Wherever good news for Israel is to be found, Yoram Ettinger is there to publicize it. A long-time government consultant for US policy and projects, Ettinger now writes of a new economic study showing that "sustained, impressive growth of Israel's economy throughout the last 30 years."
The study was published earlier this month by Dr. Adam Reuter, CEO of Financial Immunities Consulting and the Chairman of Reuter-Maydan Investment House. Its main points:
* Israel's GDP catapulted from $30bn in 1984 to $300bn in 2014; per capita GDP surged from $7,000 to $38,000
* The ratio of public debt to GDP shrunk from 280% to 66%
* Foreign exchange reserves swelled from $3bn to $89bn
* Export rose from $10bn to $90bn, including an increase of high tech exports from $1bn to $28bn
* For the first time, Israel's country default spread (2.48%), reflecting the risk premium on government bonds, is similar to that of the US (2.38%).
As of now, Israel is the world's top exporter of drones; the world's co-leader (along with the US) in the development, manufacturing and launching of small and medium size satellites; the sixth largest exporter of military systems; the 2nd largest cyber exporter, as well as an emerging natural gas power.
Ettinger, a consultant to Israel’s Cabinet and Knesset Members on US-Israel bilateral projects, US policy and Mideast politics, says, "Time is working for Israel. The economic indicators from 1948 until today confirm that Israel has experienced splendid economic integration, and unprecedented economic growth, in defiance of ongoing war, terrorism, boycotts and international pressure.”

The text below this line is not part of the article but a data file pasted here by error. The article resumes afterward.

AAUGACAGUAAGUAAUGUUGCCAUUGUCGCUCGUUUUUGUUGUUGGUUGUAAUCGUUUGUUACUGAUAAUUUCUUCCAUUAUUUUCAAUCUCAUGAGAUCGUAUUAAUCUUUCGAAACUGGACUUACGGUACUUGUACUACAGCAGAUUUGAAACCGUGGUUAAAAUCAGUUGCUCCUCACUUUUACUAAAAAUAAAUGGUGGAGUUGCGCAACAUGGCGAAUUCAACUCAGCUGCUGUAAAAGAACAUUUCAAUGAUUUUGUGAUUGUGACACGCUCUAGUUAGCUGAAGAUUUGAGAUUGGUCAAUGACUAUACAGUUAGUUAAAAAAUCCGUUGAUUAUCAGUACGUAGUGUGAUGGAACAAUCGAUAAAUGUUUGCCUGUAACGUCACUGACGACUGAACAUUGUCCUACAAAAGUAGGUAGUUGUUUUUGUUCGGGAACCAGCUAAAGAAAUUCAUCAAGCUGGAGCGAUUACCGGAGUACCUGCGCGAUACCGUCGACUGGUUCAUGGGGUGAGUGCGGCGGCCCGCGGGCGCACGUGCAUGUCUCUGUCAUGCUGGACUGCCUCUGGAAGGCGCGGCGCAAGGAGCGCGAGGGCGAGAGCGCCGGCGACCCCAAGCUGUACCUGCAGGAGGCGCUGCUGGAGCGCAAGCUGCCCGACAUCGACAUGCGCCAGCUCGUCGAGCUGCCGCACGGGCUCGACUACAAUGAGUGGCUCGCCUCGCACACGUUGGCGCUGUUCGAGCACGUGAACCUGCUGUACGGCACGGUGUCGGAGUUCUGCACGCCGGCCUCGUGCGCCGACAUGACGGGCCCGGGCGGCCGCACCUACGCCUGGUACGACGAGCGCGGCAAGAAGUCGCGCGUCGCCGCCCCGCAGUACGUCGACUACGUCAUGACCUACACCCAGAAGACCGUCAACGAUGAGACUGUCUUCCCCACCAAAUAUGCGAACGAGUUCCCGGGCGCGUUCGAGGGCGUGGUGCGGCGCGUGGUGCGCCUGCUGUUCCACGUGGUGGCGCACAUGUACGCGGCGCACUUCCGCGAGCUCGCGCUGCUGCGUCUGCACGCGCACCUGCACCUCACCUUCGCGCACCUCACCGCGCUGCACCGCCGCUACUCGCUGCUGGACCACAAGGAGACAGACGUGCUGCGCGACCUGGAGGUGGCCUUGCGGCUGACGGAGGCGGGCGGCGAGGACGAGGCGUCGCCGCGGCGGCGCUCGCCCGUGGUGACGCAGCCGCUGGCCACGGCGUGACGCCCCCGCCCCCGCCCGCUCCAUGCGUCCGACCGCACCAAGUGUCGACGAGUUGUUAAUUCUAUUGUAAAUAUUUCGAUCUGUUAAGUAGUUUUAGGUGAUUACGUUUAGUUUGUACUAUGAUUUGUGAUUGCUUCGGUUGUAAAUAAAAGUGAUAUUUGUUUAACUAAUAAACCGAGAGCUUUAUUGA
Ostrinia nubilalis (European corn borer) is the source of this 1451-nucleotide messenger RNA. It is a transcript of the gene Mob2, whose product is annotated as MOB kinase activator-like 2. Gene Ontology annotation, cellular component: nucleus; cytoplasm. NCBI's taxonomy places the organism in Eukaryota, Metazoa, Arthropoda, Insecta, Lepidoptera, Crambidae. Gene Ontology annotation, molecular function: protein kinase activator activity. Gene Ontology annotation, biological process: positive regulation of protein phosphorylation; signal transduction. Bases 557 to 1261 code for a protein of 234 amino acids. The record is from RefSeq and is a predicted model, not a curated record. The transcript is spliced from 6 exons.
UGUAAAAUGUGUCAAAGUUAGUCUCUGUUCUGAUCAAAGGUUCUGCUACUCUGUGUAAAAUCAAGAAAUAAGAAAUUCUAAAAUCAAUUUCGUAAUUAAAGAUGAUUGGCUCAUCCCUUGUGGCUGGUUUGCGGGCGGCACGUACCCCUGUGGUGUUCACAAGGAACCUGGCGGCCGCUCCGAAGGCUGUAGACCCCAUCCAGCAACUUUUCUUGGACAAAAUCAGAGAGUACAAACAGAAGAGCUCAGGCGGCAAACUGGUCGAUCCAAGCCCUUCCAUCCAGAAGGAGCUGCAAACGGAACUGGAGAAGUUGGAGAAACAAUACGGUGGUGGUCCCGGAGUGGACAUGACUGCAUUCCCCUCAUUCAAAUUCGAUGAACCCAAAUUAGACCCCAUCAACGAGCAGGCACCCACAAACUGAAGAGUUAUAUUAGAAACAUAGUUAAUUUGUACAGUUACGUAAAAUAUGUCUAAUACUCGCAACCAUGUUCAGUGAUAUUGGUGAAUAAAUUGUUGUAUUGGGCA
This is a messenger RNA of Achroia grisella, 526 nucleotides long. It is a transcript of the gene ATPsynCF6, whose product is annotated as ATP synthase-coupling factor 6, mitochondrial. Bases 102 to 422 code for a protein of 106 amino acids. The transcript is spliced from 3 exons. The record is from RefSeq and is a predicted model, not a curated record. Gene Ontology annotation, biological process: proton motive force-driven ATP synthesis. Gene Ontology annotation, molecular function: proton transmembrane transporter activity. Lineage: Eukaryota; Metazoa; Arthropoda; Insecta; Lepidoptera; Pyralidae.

The impact of war on Israel's economy, as measured after the 2006 Lebanon War and the previous two mini-wars in Gaza in 2009 and 2012, has been one of an abrupt, short-lived crisis followed by a speedy recovery – i.e., a "V" and not a "U" shaped graph.
For example, the 2006 war against Hezbollah triggered an immediate drop of GDP from over 6% to a negative growth of 1.5% - followed by a swift recovery to almost 10% growth in the following quarter. The just-ended war is estimated to cause a half-percent drop in Israel's 2014 GDP, but is expected to have insignificant influence on foreign investors, most of whom seek Israeli high-tech companies, which are minimally vulnerable to rocket and missile fire.
"In contrast to those who wish to boycott Israel," Ettinger concludes, "2013-14 have highlighted Israel's expanding trade and investment global network, especially with the surging economies of China, India and South Korea."